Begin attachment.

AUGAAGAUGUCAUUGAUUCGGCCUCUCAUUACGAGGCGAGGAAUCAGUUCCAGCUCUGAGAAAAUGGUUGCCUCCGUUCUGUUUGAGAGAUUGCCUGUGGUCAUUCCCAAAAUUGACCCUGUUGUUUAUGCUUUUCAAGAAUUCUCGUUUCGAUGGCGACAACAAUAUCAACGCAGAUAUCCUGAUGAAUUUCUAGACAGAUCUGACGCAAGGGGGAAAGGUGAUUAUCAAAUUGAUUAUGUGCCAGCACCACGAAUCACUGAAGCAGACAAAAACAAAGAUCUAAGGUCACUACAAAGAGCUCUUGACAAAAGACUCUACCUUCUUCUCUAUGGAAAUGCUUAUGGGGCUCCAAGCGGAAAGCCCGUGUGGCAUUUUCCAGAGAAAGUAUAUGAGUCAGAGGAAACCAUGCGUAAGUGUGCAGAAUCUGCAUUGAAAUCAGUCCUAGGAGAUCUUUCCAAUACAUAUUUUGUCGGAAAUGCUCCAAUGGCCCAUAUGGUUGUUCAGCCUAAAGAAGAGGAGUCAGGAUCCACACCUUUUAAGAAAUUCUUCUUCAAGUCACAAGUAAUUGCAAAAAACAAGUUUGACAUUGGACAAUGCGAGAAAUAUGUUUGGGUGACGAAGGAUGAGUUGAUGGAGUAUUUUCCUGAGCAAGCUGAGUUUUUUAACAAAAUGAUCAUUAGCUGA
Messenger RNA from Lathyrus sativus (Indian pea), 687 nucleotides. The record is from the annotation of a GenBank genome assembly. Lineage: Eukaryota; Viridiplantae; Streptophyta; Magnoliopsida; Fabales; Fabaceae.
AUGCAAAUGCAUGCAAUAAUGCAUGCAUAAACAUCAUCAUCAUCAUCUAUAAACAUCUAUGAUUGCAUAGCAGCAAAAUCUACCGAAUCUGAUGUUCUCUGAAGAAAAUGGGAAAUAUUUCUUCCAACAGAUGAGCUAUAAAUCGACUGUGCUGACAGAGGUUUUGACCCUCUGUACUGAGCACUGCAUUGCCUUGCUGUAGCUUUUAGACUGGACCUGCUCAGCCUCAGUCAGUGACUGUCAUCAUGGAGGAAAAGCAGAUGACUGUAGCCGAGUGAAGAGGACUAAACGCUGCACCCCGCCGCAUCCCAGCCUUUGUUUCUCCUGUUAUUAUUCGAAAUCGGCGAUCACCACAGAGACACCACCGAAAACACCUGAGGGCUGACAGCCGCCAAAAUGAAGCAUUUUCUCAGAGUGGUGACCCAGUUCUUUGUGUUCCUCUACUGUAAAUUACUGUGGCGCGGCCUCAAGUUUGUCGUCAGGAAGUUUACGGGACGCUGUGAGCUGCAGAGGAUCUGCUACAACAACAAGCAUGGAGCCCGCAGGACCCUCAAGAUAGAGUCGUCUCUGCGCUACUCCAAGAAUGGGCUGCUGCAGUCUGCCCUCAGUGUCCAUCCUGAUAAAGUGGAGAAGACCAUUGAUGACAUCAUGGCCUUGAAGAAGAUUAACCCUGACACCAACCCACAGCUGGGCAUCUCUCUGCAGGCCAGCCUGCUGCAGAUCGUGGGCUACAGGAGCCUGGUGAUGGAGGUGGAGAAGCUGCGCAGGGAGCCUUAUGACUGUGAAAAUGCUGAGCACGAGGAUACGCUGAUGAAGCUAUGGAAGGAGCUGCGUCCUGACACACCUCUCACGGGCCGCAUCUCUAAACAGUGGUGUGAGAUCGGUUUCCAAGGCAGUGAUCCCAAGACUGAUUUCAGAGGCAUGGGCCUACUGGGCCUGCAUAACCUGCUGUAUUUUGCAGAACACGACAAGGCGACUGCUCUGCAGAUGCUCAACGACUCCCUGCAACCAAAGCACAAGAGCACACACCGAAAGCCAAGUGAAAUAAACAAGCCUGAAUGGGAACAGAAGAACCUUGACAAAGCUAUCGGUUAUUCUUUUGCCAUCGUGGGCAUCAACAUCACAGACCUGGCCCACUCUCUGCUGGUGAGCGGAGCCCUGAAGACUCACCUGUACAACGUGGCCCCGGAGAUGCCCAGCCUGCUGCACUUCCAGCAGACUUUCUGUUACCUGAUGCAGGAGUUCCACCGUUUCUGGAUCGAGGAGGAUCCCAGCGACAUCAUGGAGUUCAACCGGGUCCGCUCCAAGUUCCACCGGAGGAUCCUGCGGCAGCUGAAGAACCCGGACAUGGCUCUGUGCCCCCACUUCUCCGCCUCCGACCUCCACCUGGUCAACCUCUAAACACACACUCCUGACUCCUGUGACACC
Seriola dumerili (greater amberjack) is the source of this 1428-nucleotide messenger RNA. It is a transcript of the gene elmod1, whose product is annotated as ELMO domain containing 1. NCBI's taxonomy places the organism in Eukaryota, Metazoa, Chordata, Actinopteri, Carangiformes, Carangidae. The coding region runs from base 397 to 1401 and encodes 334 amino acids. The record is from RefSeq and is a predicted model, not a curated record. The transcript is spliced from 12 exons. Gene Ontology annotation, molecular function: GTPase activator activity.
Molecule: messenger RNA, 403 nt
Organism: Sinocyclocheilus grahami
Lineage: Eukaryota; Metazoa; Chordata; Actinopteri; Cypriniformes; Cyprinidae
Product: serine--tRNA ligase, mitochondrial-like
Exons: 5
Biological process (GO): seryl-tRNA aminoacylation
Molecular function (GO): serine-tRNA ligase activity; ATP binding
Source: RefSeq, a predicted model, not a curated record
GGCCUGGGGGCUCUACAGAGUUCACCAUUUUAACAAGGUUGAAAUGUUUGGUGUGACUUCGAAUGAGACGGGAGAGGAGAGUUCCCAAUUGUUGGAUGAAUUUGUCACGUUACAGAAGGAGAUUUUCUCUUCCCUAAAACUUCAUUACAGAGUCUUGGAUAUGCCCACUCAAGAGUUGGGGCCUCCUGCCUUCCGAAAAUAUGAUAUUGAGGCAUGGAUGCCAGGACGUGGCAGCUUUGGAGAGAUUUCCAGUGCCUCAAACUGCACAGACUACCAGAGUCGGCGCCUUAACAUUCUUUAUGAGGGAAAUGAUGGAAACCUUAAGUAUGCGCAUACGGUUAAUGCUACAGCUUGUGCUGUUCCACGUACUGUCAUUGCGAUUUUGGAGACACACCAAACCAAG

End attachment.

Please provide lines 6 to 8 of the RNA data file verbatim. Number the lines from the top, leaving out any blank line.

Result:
Organism: Sinocyclocheilus grahami
Lineage: Eukaryota; Metazoa; Chordata; Actinopteri; Cypriniformes; Cyprinidae
Product: serine--tRNA ligase, mitochondrial-like